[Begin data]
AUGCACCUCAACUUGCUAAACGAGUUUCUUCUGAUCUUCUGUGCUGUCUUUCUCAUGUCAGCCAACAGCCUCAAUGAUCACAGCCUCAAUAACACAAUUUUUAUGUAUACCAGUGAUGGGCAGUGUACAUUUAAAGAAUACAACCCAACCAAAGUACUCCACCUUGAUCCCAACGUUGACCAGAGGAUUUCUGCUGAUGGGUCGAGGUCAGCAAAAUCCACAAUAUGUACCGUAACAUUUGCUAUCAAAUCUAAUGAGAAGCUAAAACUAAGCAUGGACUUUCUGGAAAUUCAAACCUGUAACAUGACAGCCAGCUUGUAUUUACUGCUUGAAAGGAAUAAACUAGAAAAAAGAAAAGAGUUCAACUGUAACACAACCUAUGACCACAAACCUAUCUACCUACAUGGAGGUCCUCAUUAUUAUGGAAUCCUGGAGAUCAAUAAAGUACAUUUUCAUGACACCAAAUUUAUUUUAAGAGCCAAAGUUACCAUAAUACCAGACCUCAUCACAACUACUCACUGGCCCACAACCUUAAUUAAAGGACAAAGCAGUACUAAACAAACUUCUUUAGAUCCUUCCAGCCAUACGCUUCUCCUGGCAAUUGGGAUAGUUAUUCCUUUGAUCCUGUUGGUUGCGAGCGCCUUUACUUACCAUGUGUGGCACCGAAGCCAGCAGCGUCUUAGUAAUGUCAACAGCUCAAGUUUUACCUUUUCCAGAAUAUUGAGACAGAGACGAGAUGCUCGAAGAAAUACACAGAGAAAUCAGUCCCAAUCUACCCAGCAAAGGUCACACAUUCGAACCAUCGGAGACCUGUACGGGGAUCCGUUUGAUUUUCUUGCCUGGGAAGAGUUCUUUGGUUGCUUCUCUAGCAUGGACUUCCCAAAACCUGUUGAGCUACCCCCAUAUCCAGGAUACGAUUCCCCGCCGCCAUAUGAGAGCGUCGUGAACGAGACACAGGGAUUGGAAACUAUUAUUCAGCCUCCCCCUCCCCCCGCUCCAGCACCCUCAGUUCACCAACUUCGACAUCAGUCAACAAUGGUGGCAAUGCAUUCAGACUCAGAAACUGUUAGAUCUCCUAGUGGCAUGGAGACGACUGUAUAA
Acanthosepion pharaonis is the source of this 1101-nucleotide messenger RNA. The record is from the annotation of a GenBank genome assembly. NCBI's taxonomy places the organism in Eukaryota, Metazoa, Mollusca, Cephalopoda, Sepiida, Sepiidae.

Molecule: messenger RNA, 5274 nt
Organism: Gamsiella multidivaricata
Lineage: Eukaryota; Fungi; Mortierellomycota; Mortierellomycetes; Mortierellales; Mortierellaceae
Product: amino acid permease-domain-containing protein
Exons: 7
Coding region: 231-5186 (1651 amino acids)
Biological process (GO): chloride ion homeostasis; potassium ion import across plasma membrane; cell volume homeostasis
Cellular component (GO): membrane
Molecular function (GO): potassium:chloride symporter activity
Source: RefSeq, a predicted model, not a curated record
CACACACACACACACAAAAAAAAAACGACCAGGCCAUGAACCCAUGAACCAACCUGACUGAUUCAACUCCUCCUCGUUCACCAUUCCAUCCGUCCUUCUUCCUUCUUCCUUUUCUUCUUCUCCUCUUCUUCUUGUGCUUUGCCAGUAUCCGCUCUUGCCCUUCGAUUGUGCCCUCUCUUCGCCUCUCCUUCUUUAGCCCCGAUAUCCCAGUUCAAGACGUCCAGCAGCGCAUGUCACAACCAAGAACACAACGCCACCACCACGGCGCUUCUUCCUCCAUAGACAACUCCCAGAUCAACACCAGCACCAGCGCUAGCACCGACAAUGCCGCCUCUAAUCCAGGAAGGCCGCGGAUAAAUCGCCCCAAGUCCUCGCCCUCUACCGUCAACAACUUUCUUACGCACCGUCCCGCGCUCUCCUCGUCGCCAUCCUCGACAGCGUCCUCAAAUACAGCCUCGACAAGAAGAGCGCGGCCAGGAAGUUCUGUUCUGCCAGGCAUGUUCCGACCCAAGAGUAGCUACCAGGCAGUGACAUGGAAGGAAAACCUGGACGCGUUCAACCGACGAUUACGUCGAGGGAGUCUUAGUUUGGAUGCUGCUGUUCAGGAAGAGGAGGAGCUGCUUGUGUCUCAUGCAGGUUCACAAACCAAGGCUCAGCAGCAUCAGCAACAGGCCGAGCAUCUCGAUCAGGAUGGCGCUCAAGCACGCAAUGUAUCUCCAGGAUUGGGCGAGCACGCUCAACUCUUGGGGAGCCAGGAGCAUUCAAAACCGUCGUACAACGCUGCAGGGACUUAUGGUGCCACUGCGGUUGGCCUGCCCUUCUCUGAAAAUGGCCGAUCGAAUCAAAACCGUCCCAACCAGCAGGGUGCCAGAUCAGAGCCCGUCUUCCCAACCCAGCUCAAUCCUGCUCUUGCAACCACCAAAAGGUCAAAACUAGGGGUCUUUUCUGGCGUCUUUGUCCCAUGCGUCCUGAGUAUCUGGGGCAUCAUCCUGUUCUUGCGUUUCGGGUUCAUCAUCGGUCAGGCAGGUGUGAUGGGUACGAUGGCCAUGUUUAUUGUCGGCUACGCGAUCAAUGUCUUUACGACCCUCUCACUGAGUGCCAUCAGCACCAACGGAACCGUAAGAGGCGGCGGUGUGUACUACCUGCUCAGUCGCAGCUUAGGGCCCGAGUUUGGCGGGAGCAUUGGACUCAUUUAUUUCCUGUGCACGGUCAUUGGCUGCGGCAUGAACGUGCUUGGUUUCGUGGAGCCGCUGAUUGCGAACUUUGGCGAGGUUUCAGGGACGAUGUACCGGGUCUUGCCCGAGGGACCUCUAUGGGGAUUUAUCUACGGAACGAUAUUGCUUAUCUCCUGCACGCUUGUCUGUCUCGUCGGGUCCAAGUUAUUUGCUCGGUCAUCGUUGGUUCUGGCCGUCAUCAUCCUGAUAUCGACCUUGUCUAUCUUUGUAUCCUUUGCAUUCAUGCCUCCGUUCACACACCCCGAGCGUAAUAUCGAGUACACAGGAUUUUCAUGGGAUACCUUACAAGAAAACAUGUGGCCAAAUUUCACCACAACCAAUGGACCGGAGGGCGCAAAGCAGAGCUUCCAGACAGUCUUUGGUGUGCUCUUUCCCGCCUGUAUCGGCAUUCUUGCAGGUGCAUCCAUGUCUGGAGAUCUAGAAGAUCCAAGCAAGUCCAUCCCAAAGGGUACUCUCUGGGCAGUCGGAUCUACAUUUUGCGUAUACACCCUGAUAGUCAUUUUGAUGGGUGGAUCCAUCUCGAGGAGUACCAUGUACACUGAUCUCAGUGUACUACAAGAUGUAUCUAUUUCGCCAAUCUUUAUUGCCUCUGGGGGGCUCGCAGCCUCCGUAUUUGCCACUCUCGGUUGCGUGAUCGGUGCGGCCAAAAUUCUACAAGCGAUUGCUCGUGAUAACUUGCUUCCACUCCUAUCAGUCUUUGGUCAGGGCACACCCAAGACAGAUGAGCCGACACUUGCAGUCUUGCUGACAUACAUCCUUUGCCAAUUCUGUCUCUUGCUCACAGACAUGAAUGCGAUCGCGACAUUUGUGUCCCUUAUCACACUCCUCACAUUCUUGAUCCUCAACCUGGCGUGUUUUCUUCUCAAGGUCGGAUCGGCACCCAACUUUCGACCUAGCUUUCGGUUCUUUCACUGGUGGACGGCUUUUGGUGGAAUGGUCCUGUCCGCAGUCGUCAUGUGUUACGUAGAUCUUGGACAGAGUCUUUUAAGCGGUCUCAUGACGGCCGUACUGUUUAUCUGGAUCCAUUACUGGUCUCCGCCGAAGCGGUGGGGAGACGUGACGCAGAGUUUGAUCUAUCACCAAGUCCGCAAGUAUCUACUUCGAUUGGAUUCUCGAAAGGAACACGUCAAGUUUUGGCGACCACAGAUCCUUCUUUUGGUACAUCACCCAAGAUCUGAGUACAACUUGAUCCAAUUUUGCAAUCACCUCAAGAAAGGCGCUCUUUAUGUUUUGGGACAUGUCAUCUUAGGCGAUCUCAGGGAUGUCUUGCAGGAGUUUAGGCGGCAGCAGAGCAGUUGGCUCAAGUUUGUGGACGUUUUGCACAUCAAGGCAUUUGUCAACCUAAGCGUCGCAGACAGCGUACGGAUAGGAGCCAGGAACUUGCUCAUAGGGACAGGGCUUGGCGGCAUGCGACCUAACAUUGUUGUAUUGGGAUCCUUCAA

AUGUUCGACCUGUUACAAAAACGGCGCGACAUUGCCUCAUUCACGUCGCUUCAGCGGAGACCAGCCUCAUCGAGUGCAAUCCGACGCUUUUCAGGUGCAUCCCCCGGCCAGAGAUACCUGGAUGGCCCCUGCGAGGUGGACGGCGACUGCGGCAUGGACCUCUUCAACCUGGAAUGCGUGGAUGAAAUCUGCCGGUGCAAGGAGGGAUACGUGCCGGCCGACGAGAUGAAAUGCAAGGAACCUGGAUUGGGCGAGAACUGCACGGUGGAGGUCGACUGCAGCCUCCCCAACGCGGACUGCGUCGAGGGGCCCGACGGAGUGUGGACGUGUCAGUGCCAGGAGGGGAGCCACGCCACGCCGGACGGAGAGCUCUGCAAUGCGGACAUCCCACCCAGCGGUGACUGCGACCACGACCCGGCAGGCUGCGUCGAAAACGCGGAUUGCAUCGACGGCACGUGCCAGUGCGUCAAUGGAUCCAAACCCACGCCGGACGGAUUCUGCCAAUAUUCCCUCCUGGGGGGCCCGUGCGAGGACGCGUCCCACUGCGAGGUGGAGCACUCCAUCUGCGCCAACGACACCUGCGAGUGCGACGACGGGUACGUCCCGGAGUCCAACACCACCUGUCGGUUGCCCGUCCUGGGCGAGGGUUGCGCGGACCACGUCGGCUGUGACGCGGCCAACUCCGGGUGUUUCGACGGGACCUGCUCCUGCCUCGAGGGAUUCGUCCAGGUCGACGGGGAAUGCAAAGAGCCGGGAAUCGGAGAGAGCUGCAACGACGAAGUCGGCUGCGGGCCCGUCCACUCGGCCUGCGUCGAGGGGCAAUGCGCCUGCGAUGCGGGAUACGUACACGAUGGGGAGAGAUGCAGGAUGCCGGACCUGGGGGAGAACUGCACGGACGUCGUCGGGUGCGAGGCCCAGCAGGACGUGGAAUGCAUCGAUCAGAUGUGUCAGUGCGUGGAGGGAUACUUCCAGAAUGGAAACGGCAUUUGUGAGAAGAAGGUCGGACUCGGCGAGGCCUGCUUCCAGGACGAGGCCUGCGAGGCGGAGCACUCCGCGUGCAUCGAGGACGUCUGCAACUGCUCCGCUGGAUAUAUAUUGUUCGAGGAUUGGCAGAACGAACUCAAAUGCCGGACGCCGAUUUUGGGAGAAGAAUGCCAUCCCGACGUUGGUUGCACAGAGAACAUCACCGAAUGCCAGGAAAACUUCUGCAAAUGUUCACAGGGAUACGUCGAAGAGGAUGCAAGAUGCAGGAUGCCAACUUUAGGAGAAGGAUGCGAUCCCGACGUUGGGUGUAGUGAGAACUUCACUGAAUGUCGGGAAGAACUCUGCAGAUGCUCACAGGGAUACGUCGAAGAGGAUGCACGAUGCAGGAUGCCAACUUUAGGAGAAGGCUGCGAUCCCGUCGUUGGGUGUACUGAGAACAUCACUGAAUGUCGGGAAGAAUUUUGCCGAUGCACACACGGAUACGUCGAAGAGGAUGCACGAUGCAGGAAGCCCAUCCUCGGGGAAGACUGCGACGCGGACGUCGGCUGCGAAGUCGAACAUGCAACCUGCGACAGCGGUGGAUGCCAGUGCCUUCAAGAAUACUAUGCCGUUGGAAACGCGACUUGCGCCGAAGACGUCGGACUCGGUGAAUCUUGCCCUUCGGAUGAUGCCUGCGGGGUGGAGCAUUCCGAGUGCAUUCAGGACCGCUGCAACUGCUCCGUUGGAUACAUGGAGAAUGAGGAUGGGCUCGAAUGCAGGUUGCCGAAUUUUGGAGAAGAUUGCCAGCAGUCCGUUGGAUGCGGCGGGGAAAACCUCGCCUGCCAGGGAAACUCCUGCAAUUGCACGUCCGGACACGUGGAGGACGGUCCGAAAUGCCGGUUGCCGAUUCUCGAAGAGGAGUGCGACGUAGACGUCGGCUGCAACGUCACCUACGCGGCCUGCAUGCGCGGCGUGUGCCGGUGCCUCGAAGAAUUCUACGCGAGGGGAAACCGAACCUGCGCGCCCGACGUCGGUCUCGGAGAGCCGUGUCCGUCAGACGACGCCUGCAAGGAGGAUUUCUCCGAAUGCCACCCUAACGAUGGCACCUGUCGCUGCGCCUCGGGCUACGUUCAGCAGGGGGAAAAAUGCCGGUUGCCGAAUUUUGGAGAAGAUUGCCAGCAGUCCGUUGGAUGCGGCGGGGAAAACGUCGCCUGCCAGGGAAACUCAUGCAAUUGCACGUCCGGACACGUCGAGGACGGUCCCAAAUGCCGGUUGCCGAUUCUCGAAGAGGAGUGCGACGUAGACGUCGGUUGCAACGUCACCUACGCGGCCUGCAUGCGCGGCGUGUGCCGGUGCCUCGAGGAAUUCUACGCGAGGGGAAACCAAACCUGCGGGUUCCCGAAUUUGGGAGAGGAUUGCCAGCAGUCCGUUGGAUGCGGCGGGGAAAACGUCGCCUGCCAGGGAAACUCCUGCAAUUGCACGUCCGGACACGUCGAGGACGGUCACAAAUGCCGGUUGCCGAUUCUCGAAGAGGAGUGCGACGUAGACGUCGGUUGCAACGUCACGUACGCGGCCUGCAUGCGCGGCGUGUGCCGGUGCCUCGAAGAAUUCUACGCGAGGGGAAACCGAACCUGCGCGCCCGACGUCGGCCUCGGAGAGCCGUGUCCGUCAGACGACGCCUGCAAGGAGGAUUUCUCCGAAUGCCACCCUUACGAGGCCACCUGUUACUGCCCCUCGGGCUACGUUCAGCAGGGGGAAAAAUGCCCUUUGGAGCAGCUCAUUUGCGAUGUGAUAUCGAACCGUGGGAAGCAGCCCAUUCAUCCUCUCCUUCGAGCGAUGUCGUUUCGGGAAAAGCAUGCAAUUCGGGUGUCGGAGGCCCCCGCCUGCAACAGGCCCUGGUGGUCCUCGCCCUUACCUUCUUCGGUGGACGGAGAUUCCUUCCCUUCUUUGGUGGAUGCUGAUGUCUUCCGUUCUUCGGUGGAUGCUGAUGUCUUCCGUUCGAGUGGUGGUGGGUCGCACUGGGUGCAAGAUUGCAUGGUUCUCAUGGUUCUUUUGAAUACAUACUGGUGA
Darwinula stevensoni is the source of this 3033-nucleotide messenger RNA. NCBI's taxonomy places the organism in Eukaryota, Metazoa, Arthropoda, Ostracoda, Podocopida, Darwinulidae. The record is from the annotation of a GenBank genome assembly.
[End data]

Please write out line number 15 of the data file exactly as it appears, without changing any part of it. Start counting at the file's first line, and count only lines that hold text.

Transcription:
Darwinula stevensoni is the source of this 3033-nucleotide messenger RNA. NCBI's taxonomy places the organism in Eukaryota, Metazoa, Arthropoda, Ostracoda, Podocopida, Darwinulidae. The record is from the annotation of a GenBank genome assembly.